The family of a 16-year-old boy pursued legal action against his school nurse, alleging that her failure to inform his family of a potential concussion resulted in serious brain damage.
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The plaintiff, who had recently joined his high school football team, was sitting on the sidelines without his helmet when a few teammates began to throw footballs at him. A few of the footballs hit him in the head.
Shortly after this incident he went to see the school nurse. He informed her that he had been hit in the head with more than one football and that he now had a headache and double vision. He mentioned to her that he was worried that he had a concussion. She made one attempt to reach his grandmother, the family member with whom he lives, but was unable to contact her.
After this first visit to the nurse, he continued to go to practice over the next two weeks. He also returned to the nurse on multiple occasions, complaining once again that he was suffering from headaches and double vision. She apparently did contact his grandmother but only discussed the fact that he had pinkeye.
Several days after the phone call, the boy was at home with his grandmother and began to complain of head pain, neck pain, and issues with his vision and balance. She rushed him to the emergency room where doctors saw a large mass on the images that they took of his head.
The ER doctors transferred him immediately to another hospital where doctors found what is known as a cavernous malformation.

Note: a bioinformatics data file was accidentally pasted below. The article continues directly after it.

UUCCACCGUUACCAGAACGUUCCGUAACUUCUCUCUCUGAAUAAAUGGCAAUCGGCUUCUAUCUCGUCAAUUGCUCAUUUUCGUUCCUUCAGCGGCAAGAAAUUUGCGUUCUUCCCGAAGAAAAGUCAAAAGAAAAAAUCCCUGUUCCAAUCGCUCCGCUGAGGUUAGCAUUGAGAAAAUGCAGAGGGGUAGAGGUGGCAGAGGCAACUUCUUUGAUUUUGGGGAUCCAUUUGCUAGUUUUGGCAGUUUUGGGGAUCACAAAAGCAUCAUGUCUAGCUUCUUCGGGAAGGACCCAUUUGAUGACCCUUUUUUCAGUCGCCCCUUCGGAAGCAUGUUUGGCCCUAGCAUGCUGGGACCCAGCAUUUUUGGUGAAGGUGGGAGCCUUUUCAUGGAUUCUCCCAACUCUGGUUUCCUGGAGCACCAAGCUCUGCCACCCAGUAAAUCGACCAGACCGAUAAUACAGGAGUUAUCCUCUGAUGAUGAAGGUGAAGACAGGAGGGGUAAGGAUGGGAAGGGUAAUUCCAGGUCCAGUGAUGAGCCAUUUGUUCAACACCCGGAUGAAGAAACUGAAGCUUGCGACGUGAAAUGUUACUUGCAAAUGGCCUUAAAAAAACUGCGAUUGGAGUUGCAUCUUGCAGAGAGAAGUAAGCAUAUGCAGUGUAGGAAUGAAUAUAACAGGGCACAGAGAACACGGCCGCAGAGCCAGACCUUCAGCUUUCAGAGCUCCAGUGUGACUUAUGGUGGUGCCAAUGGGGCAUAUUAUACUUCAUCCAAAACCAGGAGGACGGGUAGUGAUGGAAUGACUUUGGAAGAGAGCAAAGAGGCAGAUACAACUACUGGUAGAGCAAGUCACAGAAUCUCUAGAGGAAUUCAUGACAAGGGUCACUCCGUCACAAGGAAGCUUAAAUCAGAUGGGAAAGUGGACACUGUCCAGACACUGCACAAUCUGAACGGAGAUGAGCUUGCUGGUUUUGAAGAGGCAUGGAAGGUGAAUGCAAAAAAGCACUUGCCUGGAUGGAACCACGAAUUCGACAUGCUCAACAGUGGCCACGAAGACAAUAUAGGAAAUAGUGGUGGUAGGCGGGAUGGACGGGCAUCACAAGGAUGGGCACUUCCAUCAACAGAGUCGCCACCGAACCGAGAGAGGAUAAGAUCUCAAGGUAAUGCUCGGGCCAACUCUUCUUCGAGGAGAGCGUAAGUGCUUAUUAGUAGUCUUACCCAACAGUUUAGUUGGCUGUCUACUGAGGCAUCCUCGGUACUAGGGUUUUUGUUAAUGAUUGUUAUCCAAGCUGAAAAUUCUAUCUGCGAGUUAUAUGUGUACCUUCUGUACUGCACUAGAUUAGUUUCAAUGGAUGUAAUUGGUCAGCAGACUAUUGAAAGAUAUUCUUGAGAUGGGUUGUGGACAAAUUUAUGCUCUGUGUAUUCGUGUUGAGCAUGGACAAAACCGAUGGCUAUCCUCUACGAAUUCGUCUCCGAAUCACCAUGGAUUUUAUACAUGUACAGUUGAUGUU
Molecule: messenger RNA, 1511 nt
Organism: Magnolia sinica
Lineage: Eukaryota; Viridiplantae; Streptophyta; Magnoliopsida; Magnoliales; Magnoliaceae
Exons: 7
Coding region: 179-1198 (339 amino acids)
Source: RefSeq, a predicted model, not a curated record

A cavernous malformation is a type of vascular malformation. Blood vessels end up with large “caverns” due to dilated vessels that fill with blood slowly. These lesions have a tendency to leak because of the malformation. In this case, a blood clot formed near the boy’s brain stem.
His doctors were forced to perform brain surgery to remove the clot. Due to a combination of the bleeding and the surgery, he suffered from brain damage which required extensive rehabilitation therapy and impacted his ability to walk. He currently needs to use a wheelchair or a walker, although his physical therapists and doctors are hopeful that with time he may be able to walk with just a cane.
The boy and his family filed a lawsuit against the school nurse, alleging that if she had informed his grandmother of the symptoms that he was experiencing and the possibility of a concussion, he would have seen a doctor at an earlier date. They believe that if he had been evaluated immediately, doctors would have food the bleeding, preventing the clot and the brain damage. They further alleged that she had also failed to inform his football coaches of his condition which allowed him to experienced additional blows to the head.
After presenting their arguments at trial, a jury found that the nurse's failure to inform the family and football coaches resulted in the bleeding and damage to the boy’s brain. They awarded him $991,800 in compensation for his losses.
Medical malpractice is when a medical professional either fails to do something or does something which results in harm to a patient. It isn’t just doctors who can perform medical malpractice, any medical professional with a licenses such as a nurse, physical therapist, EMT, or technician can be held liable for the choices they make.